Skip to content
My WebMD Sign In, Sign Up

Heart Disease Health Center

Font Size

5 Steps to a Healthier Heart

Watching your weight is a good place to start for a healthier heart, but there's plenty more you can do.

WebMD Feature
Reviewed by Louise Chang, MD

Quick! Can you name five things you can do to help your heart keep beating strong for years to come?

Heart disease is the No. 1 killer for both men and women. But research indicates that most heart attacks and other causes of heart disease death could be prevented.

Recommended Related to Heart Disease

Sam Morton: Living With Heart Disease

I've discovered that most of the time, my life with a chronic disease can be much like everyone else's. I am 41 years old. I am a father, husband, uncle, nephew, and son. I am an ex-cop. And, to either the bemusement or bewilderment of my friends and family, I am a former professional wrestler-the raucous, fake, TV kind. I am a writer and the token male member on my office's women's advancement committee. I am many things to many people. Most of all, I am a man with advanced heart disease,...

Read the Sam Morton: Living With Heart Disease article > >

1) Blood Pressure

One of the strongest predictors for heart disease is measured in two numbers -- your blood pressure. You hear the numbers, but do you know what they mean?

The first or top number is systolic blood pressure -- the pressure of blood against artery walls during a heartbeat, when the heart is pumping blood.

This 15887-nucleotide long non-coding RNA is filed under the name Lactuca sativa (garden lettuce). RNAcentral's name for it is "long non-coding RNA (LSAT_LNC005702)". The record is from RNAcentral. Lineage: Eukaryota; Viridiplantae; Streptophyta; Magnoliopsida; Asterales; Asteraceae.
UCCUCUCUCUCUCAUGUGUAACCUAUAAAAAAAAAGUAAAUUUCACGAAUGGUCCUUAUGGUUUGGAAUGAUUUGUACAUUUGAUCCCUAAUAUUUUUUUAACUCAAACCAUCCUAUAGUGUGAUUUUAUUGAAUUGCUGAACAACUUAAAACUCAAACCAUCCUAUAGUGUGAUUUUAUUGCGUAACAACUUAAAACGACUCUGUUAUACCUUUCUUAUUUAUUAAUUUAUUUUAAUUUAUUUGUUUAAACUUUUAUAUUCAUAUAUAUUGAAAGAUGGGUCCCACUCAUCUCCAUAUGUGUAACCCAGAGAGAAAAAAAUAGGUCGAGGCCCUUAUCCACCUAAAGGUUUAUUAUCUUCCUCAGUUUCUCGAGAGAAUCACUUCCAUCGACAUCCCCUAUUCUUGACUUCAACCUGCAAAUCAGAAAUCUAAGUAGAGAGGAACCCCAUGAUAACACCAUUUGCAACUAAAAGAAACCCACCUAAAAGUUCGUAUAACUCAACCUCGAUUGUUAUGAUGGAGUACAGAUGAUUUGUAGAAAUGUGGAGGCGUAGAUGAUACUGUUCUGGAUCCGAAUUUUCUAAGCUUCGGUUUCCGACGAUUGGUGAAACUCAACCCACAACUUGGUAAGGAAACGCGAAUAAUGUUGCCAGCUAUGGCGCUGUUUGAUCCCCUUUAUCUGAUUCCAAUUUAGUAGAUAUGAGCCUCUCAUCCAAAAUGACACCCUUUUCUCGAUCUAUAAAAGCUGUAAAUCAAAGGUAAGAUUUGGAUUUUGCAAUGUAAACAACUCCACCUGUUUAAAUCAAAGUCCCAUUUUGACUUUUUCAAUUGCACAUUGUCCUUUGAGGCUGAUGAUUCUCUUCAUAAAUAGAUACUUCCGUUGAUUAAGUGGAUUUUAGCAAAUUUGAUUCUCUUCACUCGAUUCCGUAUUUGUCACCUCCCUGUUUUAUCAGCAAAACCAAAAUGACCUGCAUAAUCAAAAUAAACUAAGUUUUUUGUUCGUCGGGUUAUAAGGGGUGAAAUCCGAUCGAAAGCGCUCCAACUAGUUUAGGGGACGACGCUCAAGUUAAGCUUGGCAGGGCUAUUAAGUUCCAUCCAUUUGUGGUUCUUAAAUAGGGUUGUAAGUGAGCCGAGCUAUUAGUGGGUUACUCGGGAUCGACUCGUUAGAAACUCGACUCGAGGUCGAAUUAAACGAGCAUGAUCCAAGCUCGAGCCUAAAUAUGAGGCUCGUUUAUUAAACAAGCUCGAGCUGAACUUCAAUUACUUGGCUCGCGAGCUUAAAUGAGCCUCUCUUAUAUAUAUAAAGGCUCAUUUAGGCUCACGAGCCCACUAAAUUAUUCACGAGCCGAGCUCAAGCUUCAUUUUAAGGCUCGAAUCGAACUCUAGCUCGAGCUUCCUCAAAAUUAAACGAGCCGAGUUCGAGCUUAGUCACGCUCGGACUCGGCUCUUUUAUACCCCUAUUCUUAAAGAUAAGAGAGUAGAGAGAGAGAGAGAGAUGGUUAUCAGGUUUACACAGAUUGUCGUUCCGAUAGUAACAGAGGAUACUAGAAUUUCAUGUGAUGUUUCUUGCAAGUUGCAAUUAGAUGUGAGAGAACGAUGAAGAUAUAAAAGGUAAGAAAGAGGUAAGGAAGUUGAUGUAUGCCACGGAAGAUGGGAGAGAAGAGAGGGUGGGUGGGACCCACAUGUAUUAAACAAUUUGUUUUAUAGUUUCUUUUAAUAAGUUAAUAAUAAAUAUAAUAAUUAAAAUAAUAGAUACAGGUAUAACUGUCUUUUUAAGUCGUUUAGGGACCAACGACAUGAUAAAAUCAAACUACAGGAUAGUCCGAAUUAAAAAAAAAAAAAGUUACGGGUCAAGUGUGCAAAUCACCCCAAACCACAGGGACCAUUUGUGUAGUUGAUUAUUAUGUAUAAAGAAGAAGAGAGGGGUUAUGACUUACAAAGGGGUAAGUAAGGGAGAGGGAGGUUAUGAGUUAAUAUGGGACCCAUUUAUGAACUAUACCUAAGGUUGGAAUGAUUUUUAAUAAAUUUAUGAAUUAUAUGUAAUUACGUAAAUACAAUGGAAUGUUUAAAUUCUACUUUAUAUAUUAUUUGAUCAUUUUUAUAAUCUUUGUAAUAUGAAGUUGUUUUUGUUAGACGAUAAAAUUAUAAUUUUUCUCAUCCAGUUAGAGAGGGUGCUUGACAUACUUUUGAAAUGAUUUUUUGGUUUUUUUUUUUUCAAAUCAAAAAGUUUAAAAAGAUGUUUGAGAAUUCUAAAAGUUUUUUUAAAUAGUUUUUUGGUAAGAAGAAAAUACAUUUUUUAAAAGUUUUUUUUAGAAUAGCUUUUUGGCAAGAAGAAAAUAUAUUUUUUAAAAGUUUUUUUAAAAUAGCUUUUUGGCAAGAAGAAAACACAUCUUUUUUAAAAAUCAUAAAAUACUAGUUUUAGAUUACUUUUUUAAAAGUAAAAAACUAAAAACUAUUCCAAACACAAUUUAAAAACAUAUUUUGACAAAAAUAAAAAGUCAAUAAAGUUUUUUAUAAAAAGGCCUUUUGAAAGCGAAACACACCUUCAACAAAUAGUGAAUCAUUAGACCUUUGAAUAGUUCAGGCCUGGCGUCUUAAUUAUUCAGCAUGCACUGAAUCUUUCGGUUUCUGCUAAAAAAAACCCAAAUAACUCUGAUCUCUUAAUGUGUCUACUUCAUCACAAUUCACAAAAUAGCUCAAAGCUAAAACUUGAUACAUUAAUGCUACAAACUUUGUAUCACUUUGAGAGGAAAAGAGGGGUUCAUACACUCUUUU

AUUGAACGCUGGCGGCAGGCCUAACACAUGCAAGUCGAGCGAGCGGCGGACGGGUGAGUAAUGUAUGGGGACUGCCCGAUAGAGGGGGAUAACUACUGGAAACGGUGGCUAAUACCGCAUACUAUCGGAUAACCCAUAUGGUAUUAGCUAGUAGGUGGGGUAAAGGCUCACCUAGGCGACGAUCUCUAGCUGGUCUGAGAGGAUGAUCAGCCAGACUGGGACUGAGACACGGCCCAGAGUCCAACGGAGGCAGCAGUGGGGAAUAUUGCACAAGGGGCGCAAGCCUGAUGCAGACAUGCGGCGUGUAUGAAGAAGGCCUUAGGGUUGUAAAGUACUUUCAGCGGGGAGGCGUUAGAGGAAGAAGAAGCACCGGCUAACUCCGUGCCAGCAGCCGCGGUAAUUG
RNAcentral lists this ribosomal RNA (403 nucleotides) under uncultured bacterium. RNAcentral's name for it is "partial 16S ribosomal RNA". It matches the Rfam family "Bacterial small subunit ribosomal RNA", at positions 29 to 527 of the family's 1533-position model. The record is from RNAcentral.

The second number is diastolic blood pressure -- the pressure of blood against artery walls between heartbeats, when the heart is filling with blood.

 

  • Normal blood pressure is 119/79 or below.
  • Prehypertension is 120 to 139 (systolic) and/or 80 to 89 (diastolic).

 

Do these numbers seem a bit lower than you remember? What's considered a normal blood pressure was redefined in May 2003 when guidelines were revised to include a new category -- prehypertension.

Experts recommend that people with prehypertension -- an estimated 45 million men and women -- make heart-healthy lifestyle changes to reduce their risk of blood pressure complications, such as heart disease, stroke, and kidney damage.

2) Cholesterol

Probably the most familiar heart disease risk factor, cholesterol is a type of fat that is an essential nutrient for your body. However, too much cholesterol -- or not enough of the good type of cholesterol -- floating around in your blood increases your risk for hardening of the arteries that can lead to heart disease, heart attack, and stroke.

Cholesterol is considered abnormal when:

 

  • Total cholesterol is 200 or higher.
  • HDL or "good" cholesterol level is less than 40.
  • LDL or "bad" cholesterol is more than 160 (or lower if you have risk factors) -- with 190 and above being very high. However, the lower the LDL, the better. An LDL less than 100 is considered optimal; 100 to 129 is near optimal; 130 to 159 is borderline high.

 

3) Body Mass Index (BMI)

This is an indirect measure of your body fat, a quick way to see if you are overweight. BMI may be overestimated in people with a lot of muscle mass, such as body builders. It may also be underestimated in older people who have very little muscle mass.

BMI uses a person's weight and height to gauge total body fat. You can use WebMD's BMI calculator to determine your BMI.

 

  • A BMI of 18.5-24.9 is ideal.
  • A BMI of 25 to 29.9 is overweight.
  • A BMI of 30 or more indicates obesity.
  • A BMI of 40 or more indicates morbid obesity, which increases a person's risk of death from any cause by 50% to 150%, according to The Cleveland Clinic.

 

Today on WebMD

cholesterol lab test report
Article
Compressed heart
Article
 
heart rate graph
Article
Compressed heart
Article
 
empty football helmet
Article
Heart Valve
Video
 
eating blueberries
Article
Simple Steps to Lower Cholesterol
Slideshow
 
Inside A Heart Attack
SLIDESHOW
Omega 3 Sources
SLIDESHOW
 
Salt Shockers
SLIDESHOW
lowering blood pressure
SLIDESHOW